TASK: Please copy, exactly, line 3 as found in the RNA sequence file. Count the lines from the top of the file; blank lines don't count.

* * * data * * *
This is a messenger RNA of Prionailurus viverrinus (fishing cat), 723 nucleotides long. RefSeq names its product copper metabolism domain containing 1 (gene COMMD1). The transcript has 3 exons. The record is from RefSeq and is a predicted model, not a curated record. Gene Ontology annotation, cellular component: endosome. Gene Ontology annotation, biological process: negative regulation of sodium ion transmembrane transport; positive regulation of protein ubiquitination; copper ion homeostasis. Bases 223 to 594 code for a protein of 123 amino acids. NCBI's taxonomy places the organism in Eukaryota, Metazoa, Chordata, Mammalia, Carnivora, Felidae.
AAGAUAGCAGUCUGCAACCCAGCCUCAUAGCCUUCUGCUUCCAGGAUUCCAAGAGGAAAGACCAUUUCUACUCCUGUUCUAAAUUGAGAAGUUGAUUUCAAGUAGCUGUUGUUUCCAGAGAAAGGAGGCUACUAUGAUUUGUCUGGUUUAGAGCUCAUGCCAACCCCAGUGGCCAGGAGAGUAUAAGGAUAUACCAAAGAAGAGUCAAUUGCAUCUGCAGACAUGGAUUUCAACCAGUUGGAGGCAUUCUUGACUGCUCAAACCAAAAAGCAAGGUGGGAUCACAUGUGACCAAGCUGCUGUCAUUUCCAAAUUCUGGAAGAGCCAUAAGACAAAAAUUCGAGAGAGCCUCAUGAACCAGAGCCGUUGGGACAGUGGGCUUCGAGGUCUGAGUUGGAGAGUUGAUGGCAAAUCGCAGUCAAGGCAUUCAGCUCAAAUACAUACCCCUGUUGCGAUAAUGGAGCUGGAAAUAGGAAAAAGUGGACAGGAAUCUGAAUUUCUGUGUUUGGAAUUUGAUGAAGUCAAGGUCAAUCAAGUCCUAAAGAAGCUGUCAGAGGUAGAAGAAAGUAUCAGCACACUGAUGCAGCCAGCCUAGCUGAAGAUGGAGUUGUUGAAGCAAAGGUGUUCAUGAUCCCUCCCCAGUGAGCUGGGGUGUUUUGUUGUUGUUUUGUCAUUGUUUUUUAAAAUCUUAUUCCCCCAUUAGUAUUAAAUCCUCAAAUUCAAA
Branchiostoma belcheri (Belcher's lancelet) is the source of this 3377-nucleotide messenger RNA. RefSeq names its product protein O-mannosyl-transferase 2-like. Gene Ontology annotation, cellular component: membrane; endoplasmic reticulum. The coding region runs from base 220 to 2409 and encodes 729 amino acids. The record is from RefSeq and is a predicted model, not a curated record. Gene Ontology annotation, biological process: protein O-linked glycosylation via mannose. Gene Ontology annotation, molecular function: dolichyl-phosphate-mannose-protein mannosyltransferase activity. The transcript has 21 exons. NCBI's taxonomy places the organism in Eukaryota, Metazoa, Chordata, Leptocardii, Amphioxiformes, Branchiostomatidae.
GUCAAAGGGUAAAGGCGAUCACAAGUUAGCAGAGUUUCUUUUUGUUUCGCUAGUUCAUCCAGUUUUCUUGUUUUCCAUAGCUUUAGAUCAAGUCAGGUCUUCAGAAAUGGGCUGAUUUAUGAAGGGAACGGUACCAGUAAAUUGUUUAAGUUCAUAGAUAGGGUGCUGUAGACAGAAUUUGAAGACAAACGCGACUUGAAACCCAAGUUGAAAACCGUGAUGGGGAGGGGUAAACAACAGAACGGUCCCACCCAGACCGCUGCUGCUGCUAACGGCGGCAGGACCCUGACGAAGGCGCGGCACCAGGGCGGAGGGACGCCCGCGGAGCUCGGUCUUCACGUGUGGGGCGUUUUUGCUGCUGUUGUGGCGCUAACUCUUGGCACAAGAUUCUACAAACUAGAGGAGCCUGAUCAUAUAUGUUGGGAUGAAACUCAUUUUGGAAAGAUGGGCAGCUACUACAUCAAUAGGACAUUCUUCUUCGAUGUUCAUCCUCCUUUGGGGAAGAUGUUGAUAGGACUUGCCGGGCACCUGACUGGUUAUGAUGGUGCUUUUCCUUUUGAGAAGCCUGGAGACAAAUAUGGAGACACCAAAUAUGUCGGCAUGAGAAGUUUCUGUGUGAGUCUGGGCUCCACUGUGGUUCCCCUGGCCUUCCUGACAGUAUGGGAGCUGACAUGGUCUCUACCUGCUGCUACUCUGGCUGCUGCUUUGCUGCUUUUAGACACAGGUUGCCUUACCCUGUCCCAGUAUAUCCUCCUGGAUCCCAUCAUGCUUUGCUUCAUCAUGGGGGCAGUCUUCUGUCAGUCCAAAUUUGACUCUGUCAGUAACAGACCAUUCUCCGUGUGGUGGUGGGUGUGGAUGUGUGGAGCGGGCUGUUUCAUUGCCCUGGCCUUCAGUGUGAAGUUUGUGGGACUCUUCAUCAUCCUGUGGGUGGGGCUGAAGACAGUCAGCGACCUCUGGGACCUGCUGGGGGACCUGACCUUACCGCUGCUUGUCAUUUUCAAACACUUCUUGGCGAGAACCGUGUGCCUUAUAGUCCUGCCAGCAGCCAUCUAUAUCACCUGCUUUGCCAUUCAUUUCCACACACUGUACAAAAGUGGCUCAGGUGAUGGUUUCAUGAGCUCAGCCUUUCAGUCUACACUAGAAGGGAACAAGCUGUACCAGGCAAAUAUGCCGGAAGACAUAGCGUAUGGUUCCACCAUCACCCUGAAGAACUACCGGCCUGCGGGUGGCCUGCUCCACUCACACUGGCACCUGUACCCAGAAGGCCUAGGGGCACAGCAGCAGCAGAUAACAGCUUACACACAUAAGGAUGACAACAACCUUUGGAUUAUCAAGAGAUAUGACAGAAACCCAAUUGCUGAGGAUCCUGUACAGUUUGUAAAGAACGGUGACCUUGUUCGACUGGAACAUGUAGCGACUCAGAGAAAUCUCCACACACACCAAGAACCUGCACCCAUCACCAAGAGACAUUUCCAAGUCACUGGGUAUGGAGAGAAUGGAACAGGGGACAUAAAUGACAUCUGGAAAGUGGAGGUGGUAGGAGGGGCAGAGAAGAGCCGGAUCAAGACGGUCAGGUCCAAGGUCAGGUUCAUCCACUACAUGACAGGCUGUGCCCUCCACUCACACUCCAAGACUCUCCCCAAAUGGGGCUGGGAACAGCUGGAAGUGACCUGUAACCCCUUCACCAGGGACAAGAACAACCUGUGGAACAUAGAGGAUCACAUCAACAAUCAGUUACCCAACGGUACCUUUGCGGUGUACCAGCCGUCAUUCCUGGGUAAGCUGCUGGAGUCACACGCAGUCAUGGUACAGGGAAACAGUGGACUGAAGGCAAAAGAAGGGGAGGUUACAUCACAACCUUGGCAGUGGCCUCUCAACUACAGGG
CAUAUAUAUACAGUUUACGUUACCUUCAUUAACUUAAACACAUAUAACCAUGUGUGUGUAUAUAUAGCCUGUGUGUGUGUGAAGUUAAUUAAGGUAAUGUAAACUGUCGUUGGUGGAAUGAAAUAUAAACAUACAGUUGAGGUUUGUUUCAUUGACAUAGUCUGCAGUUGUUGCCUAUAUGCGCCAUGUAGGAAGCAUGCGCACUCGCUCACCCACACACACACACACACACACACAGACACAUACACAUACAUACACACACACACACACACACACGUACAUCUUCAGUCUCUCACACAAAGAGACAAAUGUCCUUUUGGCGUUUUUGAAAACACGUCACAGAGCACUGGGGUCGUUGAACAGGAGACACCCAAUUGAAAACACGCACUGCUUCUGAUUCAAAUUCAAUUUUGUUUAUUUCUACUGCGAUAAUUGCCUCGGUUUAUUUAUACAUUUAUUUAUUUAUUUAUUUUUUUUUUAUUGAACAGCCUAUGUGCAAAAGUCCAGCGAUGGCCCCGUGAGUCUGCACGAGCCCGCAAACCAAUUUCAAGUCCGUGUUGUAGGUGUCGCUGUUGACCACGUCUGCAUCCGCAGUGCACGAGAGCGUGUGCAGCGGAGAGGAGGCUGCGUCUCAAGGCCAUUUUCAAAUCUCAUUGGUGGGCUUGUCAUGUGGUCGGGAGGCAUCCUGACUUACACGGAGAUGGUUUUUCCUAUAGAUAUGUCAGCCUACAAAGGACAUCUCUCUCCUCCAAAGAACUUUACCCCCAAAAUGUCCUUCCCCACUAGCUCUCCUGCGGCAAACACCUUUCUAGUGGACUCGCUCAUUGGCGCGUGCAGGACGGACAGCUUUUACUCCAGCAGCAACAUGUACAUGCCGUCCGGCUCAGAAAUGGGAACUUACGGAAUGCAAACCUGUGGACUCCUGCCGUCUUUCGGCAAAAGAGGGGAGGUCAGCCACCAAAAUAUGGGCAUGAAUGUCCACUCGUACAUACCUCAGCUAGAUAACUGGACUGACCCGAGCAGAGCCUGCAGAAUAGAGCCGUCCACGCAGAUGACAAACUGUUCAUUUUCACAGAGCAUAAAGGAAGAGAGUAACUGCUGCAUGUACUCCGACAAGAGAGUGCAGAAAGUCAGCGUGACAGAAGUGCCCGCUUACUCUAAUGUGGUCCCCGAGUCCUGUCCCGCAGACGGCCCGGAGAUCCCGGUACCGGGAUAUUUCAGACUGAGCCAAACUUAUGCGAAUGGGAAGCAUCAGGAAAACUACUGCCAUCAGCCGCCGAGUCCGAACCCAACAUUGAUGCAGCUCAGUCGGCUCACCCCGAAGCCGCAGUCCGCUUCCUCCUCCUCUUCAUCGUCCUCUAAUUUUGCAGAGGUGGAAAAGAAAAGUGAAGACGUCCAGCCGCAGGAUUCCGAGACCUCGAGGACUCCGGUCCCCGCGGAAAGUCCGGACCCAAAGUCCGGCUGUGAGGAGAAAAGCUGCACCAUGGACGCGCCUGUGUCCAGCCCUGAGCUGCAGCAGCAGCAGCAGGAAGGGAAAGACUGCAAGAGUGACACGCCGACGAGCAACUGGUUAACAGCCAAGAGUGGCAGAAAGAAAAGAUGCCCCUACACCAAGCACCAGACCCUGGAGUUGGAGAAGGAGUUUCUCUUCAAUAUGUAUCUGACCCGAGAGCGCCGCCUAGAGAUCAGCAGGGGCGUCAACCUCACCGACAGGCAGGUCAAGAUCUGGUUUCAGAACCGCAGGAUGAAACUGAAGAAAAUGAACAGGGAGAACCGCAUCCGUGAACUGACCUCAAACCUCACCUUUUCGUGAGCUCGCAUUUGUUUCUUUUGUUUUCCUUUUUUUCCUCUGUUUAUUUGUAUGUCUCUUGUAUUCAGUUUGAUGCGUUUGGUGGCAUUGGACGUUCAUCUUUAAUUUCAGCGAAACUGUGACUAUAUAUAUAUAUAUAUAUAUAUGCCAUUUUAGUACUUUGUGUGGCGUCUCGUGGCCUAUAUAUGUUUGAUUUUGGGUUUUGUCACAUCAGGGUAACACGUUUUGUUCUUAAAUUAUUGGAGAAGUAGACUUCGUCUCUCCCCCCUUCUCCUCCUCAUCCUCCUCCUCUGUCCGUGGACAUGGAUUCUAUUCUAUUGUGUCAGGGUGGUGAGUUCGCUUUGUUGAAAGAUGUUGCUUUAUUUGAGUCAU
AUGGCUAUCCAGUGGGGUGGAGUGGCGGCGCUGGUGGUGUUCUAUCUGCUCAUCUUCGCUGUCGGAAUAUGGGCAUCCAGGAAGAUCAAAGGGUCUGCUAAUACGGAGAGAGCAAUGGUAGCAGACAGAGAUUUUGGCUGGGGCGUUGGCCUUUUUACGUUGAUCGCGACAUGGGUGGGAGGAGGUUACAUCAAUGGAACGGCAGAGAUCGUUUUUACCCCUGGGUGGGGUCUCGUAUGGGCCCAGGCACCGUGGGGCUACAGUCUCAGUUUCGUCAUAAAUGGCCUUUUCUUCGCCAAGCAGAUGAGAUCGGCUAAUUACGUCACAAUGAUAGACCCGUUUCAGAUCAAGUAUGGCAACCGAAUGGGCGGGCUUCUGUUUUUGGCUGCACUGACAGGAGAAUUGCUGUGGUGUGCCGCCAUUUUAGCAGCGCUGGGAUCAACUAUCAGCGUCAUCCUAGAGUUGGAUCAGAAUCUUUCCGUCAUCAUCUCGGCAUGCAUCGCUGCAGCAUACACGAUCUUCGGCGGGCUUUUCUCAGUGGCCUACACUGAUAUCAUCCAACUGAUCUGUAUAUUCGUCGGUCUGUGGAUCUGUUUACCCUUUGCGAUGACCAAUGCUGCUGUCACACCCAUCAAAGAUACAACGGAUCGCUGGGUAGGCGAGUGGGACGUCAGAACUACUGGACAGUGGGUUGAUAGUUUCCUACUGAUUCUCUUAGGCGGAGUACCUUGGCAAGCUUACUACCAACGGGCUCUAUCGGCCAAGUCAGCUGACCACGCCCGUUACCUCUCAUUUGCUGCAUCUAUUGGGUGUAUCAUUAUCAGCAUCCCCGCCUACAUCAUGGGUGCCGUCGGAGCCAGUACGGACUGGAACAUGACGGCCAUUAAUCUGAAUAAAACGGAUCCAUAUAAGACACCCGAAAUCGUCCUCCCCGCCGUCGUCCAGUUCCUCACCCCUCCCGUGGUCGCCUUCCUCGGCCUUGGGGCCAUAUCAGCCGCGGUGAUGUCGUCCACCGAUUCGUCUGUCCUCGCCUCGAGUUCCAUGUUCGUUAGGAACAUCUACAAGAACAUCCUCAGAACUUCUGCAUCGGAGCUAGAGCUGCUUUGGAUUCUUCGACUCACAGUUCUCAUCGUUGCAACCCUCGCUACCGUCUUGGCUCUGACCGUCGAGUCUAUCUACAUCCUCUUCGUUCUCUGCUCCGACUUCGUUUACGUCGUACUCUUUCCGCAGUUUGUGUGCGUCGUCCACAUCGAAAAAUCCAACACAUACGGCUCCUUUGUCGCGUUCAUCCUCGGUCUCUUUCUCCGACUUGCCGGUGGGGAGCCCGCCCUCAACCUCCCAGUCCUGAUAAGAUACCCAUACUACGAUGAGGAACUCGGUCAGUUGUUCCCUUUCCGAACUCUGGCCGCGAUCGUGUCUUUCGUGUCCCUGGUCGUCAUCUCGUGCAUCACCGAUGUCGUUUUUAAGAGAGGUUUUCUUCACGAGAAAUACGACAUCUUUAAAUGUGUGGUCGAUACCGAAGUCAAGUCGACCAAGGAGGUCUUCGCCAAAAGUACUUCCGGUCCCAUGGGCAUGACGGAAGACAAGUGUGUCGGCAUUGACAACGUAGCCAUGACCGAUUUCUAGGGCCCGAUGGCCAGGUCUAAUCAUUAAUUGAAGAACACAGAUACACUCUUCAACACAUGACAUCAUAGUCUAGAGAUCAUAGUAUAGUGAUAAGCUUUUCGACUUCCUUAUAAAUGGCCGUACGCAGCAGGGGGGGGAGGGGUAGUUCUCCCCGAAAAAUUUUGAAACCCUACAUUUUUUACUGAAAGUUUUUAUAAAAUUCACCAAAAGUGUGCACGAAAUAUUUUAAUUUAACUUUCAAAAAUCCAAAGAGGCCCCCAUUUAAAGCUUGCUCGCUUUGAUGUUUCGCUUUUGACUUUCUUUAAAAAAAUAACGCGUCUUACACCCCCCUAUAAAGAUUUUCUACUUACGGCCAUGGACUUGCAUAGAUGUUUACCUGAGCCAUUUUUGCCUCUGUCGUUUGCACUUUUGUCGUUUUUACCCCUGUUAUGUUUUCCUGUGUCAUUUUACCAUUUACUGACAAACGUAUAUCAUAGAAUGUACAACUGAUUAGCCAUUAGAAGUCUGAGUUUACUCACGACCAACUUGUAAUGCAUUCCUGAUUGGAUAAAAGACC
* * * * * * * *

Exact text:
Branchiostoma belcheri (Belcher's lancelet) is the source of this 3377-nucleotide messenger RNA. RefSeq names its product protein O-mannosyl-transferase 2-like. Gene Ontology annotation, cellular component: membrane; endoplasmic reticulum. The coding region runs from base 220 to 2409 and encodes 729 amino acids. The record is from RefSeq and is a predicted model, not a curated record. Gene Ontology annotation, biological process: protein O-linked glycosylation via mannose. Gene Ontology annotation, molecular function: dolichyl-phosphate-mannose-protein mannosyltransferase activity. The transcript has 21 exons. NCBI's taxonomy places the organism in Eukaryota, Metazoa, Chordata, Leptocardii, Amphioxiformes, Branchiostomatidae.